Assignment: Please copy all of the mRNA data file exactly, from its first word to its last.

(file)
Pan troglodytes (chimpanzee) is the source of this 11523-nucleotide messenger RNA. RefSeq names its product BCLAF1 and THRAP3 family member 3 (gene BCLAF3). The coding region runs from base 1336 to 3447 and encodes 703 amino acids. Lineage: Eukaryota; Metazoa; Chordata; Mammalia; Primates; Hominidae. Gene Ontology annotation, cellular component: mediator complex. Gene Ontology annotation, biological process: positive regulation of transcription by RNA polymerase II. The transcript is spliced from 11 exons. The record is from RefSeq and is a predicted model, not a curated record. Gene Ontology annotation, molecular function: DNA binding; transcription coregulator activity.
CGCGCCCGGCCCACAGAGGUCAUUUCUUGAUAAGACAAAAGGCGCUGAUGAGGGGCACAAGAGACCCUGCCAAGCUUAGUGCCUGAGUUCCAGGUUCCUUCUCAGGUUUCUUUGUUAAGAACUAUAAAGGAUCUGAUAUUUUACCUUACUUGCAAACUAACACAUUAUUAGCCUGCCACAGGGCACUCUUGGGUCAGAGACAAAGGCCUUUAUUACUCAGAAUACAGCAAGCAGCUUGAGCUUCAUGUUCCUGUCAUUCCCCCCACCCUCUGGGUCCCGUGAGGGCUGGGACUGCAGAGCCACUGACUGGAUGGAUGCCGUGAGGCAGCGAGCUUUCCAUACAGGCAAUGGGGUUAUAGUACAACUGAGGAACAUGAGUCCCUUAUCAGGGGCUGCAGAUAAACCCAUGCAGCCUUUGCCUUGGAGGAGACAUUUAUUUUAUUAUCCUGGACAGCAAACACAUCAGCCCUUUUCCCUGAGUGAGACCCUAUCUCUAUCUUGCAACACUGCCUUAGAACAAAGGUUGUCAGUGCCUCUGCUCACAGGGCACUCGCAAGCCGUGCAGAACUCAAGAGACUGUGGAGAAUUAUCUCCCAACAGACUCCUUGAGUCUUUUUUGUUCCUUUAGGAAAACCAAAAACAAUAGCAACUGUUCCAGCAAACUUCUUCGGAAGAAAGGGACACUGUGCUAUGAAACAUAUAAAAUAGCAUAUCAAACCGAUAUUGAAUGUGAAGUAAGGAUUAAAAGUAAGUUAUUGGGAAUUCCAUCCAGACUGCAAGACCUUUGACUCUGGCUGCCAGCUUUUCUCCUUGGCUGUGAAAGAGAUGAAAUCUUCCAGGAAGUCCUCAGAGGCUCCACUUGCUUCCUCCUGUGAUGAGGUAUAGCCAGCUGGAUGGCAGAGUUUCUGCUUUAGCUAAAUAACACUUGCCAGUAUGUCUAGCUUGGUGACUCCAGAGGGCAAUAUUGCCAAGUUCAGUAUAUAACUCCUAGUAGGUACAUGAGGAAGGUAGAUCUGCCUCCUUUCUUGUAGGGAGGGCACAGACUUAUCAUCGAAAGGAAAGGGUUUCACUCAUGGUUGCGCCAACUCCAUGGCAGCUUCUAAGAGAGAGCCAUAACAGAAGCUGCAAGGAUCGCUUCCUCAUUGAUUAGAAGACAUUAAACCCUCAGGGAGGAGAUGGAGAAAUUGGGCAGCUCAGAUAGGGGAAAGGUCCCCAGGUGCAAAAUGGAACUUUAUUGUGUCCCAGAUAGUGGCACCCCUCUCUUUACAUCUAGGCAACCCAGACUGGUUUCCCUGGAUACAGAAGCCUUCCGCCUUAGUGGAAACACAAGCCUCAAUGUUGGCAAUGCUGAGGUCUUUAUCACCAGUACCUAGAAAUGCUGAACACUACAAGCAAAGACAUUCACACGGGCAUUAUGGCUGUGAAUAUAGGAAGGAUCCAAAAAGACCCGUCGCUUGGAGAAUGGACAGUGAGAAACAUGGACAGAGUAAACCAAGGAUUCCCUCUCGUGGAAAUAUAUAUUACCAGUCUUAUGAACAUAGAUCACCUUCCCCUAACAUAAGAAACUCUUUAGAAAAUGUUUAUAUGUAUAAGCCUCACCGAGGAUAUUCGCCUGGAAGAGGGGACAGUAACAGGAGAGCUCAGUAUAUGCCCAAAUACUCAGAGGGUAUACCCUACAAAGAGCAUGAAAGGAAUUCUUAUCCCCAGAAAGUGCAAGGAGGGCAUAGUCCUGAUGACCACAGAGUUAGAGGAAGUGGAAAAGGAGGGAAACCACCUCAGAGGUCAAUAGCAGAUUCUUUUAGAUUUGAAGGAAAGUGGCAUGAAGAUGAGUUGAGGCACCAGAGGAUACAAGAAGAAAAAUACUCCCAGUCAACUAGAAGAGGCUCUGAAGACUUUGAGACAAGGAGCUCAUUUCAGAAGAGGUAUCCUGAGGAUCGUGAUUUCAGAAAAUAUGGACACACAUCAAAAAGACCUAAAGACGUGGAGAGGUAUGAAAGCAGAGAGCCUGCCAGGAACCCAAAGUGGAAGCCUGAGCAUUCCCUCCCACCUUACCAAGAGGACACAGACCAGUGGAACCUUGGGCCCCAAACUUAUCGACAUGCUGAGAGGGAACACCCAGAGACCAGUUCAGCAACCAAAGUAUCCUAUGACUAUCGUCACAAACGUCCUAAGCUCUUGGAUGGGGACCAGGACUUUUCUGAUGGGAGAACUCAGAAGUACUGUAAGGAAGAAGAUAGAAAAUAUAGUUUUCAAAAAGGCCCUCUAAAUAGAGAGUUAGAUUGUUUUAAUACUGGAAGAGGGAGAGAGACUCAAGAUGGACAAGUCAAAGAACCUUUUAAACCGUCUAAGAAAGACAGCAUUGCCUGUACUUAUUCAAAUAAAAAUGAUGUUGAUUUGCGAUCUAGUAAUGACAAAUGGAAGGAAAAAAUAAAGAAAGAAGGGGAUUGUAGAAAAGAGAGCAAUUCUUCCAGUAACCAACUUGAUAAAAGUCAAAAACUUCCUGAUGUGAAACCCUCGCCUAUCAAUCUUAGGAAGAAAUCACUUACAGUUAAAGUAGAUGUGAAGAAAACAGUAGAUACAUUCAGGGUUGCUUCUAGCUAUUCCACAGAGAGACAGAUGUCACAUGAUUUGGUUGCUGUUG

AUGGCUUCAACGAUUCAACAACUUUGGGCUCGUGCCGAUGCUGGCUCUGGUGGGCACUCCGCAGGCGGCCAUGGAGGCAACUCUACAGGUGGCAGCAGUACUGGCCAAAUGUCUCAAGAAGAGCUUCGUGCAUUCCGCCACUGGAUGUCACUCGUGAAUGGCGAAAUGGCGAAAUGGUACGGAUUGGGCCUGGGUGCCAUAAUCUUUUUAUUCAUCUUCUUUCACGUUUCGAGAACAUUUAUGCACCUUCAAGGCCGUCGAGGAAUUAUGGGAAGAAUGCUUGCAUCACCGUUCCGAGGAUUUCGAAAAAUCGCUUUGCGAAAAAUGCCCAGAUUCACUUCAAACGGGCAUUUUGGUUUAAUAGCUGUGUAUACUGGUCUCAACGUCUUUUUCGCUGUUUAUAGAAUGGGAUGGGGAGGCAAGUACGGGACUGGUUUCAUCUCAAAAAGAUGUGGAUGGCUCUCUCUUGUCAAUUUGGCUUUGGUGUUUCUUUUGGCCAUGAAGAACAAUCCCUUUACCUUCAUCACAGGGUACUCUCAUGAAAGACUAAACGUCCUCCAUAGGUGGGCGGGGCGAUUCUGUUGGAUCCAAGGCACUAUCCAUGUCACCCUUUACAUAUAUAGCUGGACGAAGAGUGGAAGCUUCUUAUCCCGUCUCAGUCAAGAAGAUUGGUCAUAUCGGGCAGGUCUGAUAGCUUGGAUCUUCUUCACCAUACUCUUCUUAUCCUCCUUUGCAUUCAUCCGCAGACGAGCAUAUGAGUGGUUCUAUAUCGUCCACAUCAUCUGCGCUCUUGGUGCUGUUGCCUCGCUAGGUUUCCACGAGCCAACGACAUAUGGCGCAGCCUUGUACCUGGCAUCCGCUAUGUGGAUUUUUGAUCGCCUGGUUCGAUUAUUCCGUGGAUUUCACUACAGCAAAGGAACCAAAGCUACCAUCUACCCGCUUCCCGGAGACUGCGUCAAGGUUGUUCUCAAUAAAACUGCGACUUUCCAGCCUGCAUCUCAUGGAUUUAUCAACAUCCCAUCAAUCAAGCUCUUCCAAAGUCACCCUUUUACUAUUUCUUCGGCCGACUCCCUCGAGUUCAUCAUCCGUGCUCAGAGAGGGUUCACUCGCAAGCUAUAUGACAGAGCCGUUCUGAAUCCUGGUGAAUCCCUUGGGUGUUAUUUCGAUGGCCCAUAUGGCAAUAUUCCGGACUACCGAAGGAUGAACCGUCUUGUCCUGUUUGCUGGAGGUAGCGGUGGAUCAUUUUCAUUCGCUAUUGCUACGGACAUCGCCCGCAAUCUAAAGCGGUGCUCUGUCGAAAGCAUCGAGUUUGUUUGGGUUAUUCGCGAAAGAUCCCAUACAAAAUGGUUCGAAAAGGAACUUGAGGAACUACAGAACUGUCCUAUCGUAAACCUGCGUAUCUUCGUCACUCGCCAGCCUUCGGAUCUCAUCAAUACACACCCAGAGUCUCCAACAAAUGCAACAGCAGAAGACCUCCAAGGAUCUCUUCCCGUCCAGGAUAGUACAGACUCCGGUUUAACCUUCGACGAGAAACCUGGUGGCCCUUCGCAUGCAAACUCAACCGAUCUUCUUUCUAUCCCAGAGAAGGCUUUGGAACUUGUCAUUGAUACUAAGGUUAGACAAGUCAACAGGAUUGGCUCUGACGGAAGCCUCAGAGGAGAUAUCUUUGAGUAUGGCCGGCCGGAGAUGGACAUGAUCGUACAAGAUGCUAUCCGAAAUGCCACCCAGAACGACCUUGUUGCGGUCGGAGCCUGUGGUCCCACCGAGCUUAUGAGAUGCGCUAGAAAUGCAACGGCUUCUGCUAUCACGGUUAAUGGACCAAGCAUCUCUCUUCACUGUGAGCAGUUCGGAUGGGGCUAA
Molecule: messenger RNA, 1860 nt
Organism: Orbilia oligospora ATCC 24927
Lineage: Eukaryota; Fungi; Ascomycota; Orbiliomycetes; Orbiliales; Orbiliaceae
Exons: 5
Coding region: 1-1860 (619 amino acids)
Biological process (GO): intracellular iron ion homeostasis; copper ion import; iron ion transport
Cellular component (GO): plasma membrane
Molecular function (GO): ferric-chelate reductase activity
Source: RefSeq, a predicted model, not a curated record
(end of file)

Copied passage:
Pan troglodytes (chimpanzee) is the source of this 11523-nucleotide messenger RNA. RefSeq names its product BCLAF1 and THRAP3 family member 3 (gene BCLAF3). The coding region runs from base 1336 to 3447 and encodes 703 amino acids. Lineage: Eukaryota; Metazoa; Chordata; Mammalia; Primates; Hominidae. Gene Ontology annotation, cellular component: mediator complex. Gene Ontology annotation, biological process: positive regulation of transcription by RNA polymerase II. The transcript is spliced from 11 exons. The record is from RefSeq and is a predicted model, not a curated record. Gene Ontology annotation, molecular function: DNA binding; transcription coregulator activity.
CGCGCCCGGCCCACAGAGGUCAUUUCUUGAUAAGACAAAAGGCGCUGAUGAGGGGCACAAGAGACCCUGCCAAGCUUAGUGCCUGAGUUCCAGGUUCCUUCUCAGGUUUCUUUGUUAAGAACUAUAAAGGAUCUGAUAUUUUACCUUACUUGCAAACUAACACAUUAUUAGCCUGCCACAGGGCACUCUUGGGUCAGAGACAAAGGCCUUUAUUACUCAGAAUACAGCAAGCAGCUUGAGCUUCAUGUUCCUGUCAUUCCCCCCACCCUCUGGGUCCCGUGAGGGCUGGGACUGCAGAGCCACUGACUGGAUGGAUGCCGUGAGGCAGCGAGCUUUCCAUACAGGCAAUGGGGUUAUAGUACAACUGAGGAACAUGAGUCCCUUAUCAGGGGCUGCAGAUAAACCCAUGCAGCCUUUGCCUUGGAGGAGACAUUUAUUUUAUUAUCCUGGACAGCAAACACAUCAGCCCUUUUCCCUGAGUGAGACCCUAUCUCUAUCUUGCAACACUGCCUUAGAACAAAGGUUGUCAGUGCCUCUGCUCACAGGGCACUCGCAAGCCGUGCAGAACUCAAGAGACUGUGGAGAAUUAUCUCCCAACAGACUCCUUGAGUCUUUUUUGUUCCUUUAGGAAAACCAAAAACAAUAGCAACUGUUCCAGCAAACUUCUUCGGAAGAAAGGGACACUGUGCUAUGAAACAUAUAAAAUAGCAUAUCAAACCGAUAUUGAAUGUGAAGUAAGGAUUAAAAGUAAGUUAUUGGGAAUUCCAUCCAGACUGCAAGACCUUUGACUCUGGCUGCCAGCUUUUCUCCUUGGCUGUGAAAGAGAUGAAAUCUUCCAGGAAGUCCUCAGAGGCUCCACUUGCUUCCUCCUGUGAUGAGGUAUAGCCAGCUGGAUGGCAGAGUUUCUGCUUUAGCUAAAUAACACUUGCCAGUAUGUCUAGCUUGGUGACUCCAGAGGGCAAUAUUGCCAAGUUCAGUAUAUAACUCCUAGUAGGUACAUGAGGAAGGUAGAUCUGCCUCCUUUCUUGUAGGGAGGGCACAGACUUAUCAUCGAAAGGAAAGGGUUUCACUCAUGGUUGCGCCAACUCCAUGGCAGCUUCUAAGAGAGAGCCAUAACAGAAGCUGCAAGGAUCGCUUCCUCAUUGAUUAGAAGACAUUAAACCCUCAGGGAGGAGAUGGAGAAAUUGGGCAGCUCAGAUAGGGGAAAGGUCCCCAGGUGCAAAAUGGAACUUUAUUGUGUCCCAGAUAGUGGCACCCCUCUCUUUACAUCUAGGCAACCCAGACUGGUUUCCCUGGAUACAGAAGCCUUCCGCCUUAGUGGAAACACAAGCCUCAAUGUUGGCAAUGCUGAGGUCUUUAUCACCAGUACCUAGAAAUGCUGAACACUACAAGCAAAGACAUUCACACGGGCAUUAUGGCUGUGAAUAUAGGAAGGAUCCAAAAAGACCCGUCGCUUGGAGAAUGGACAGUGAGAAACAUGGACAGAGUAAACCAAGGAUUCCCUCUCGUGGAAAUAUAUAUUACCAGUCUUAUGAACAUAGAUCACCUUCCCCUAACAUAAGAAACUCUUUAGAAAAUGUUUAUAUGUAUAAGCCUCACCGAGGAUAUUCGCCUGGAAGAGGGGACAGUAACAGGAGAGCUCAGUAUAUGCCCAAAUACUCAGAGGGUAUACCCUACAAAGAGCAUGAAAGGAAUUCUUAUCCCCAGAAAGUGCAAGGAGGGCAUAGUCCUGAUGACCACAGAGUUAGAGGAAGUGGAAAAGGAGGGAAACCACCUCAGAGGUCAAUAGCAGAUUCUUUUAGAUUUGAAGGAAAGUGGCAUGAAGAUGAGUUGAGGCACCAGAGGAUACAAGAAGAAAAAUACUCCCAGUCAACUAGAAGAGGCUCUGAAGACUUUGAGACAAGGAGCUCAUUUCAGAAGAGGUAUCCUGAGGAUCGUGAUUUCAGAAAAUAUGGACACACAUCAAAAAGACCUAAAGACGUGGAGAGGUAUGAAAGCAGAGAGCCUGCCAGGAACCCAAAGUGGAAGCCUGAGCAUUCCCUCCCACCUUACCAAGAGGACACAGACCAGUGGAACCUUGGGCCCCAAACUUAUCGACAUGCUGAGAGGGAACACCCAGAGACCAGUUCAGCAACCAAAGUAUCCUAUGACUAUCGUCACAAACGUCCUAAGCUCUUGGAUGGGGACCAGGACUUUUCUGAUGGGAGAACUCAGAAGUACUGUAAGGAAGAAGAUAGAAAAUAUAGUUUUCAAAAAGGCCCUCUAAAUAGAGAGUUAGAUUGUUUUAAUACUGGAAGAGGGAGAGAGACUCAAGAUGGACAAGUCAAAGAACCUUUUAAACCGUCUAAGAAAGACAGCAUUGCCUGUACUUAUUCAAAUAAAAAUGAUGUUGAUUUGCGAUCUAGUAAUGACAAAUGGAAGGAAAAAAUAAAGAAAGAAGGGGAUUGUAGAAAAGAGAGCAAUUCUUCCAGUAACCAACUUGAUAAAAGUCAAAAACUUCCUGAUGUGAAACCCUCGCCUAUCAAUCUUAGGAAGAAAUCACUUACAGUUAAAGUAGAUGUGAAGAAAACAGUAGAUACAUUCAGGGUUGCUUCUAGCUAUUCCACAGAGAGACAGAUGUCACAUGAUUUGGUUGCUGUUG

AUGGCUUCAACGAUUCAACAACUUUGGGCUCGUGCCGAUGCUGGCUCUGGUGGGCACUCCGCAGGCGGCCAUGGAGGCAACUCUACAGGUGGCAGCAGUACUGGCCAAAUGUCUCAAGAAGAGCUUCGUGCAUUCCGCCACUGGAUGUCACUCGUGAAUGGCGAAAUGGCGAAAUGGUACGGAUUGGGCCUGGGUGCCAUAAUCUUUUUAUUCAUCUUCUUUCACGUUUCGAGAACAUUUAUGCACCUUCAAGGCCGUCGAGGAAUUAUGGGAAGAAUGCUUGCAUCACCGUUCCGAGGAUUUCGAAAAAUCGCUUUGCGAAAAAUGCCCAGAUUCACUUCAAACGGGCAUUUUGGUUUAAUAGCUGUGUAUACUGGUCUCAACGUCUUUUUCGCUGUUUAUAGAAUGGGAUGGGGAGGCAAGUACGGGACUGGUUUCAUCUCAAAAAGAUGUGGAUGGCUCUCUCUUGUCAAUUUGGCUUUGGUGUUUCUUUUGGCCAUGAAGAACAAUCCCUUUACCUUCAUCACAGGGUACUCUCAUGAAAGACUAAACGUCCUCCAUAGGUGGGCGGGGCGAUUCUGUUGGAUCCAAGGCACUAUCCAUGUCACCCUUUACAUAUAUAGCUGGACGAAGAGUGGAAGCUUCUUAUCCCGUCUCAGUCAAGAAGAUUGGUCAUAUCGGGCAGGUCUGAUAGCUUGGAUCUUCUUCACCAUACUCUUCUUAUCCUCCUUUGCAUUCAUCCGCAGACGAGCAUAUGAGUGGUUCUAUAUCGUCCACAUCAUCUGCGCUCUUGGUGCUGUUGCCUCGCUAGGUUUCCACGAGCCAACGACAUAUGGCGCAGCCUUGUACCUGGCAUCCGCUAUGUGGAUUUUUGAUCGCCUGGUUCGAUUAUUCCGUGGAUUUCACUACAGCAAAGGAACCAAAGCUACCAUCUACCCGCUUCCCGGAGACUGCGUCAAGGUUGUUCUCAAUAAAACUGCGACUUUCCAGCCUGCAUCUCAUGGAUUUAUCAACAUCCCAUCAAUCAAGCUCUUCCAAAGUCACCCUUUUACUAUUUCUUCGGCCGACUCCCUCGAGUUCAUCAUCCGUGCUCAGAGAGGGUUCACUCGCAAGCUAUAUGACAGAGCCGUUCUGAAUCCUGGUGAAUCCCUUGGGUGUUAUUUCGAUGGCCCAUAUGGCAAUAUUCCGGACUACCGAAGGAUGAACCGUCUUGUCCUGUUUGCUGGAGGUAGCGGUGGAUCAUUUUCAUUCGCUAUUGCUACGGACAUCGCCCGCAAUCUAAAGCGGUGCUCUGUCGAAAGCAUCGAGUUUGUUUGGGUUAUUCGCGAAAGAUCCCAUACAAAAUGGUUCGAAAAGGAACUUGAGGAACUACAGAACUGUCCUAUCGUAAACCUGCGUAUCUUCGUCACUCGCCAGCCUUCGGAUCUCAUCAAUACACACCCAGAGUCUCCAACAAAUGCAACAGCAGAAGACCUCCAAGGAUCUCUUCCCGUCCAGGAUAGUACAGACUCCGGUUUAACCUUCGACGAGAAACCUGGUGGCCCUUCGCAUGCAAACUCAACCGAUCUUCUUUCUAUCCCAGAGAAGGCUUUGGAACUUGUCAUUGAUACUAAGGUUAGACAAGUCAACAGGAUUGGCUCUGACGGAAGCCUCAGAGGAGAUAUCUUUGAGUAUGGCCGGCCGGAGAUGGACAUGAUCGUACAAGAUGCUAUCCGAAAUGCCACCCAGAACGACCUUGUUGCGGUCGGAGCCUGUGGUCCCACCGAGCUUAUGAGAUGCGCUAGAAAUGCAACGGCUUCUGCUAUCACGGUUAAUGGACCAAGCAUCUCUCUUCACUGUGAGCAGUUCGGAUGGGGCUAA
Molecule: messenger RNA, 1860 nt
Organism: Orbilia oligospora ATCC 24927
Lineage: Eukaryota; Fungi; Ascomycota; Orbiliomycetes; Orbiliales; Orbiliaceae
Exons: 5
Coding region: 1-1860 (619 amino acids)
Biological process (GO): intracellular iron ion homeostasis; copper ion import; iron ion transport
Cellular component (GO): plasma membrane
Molecular function (GO): ferric-chelate reductase activity
Source: RefSeq, a predicted model, not a curated record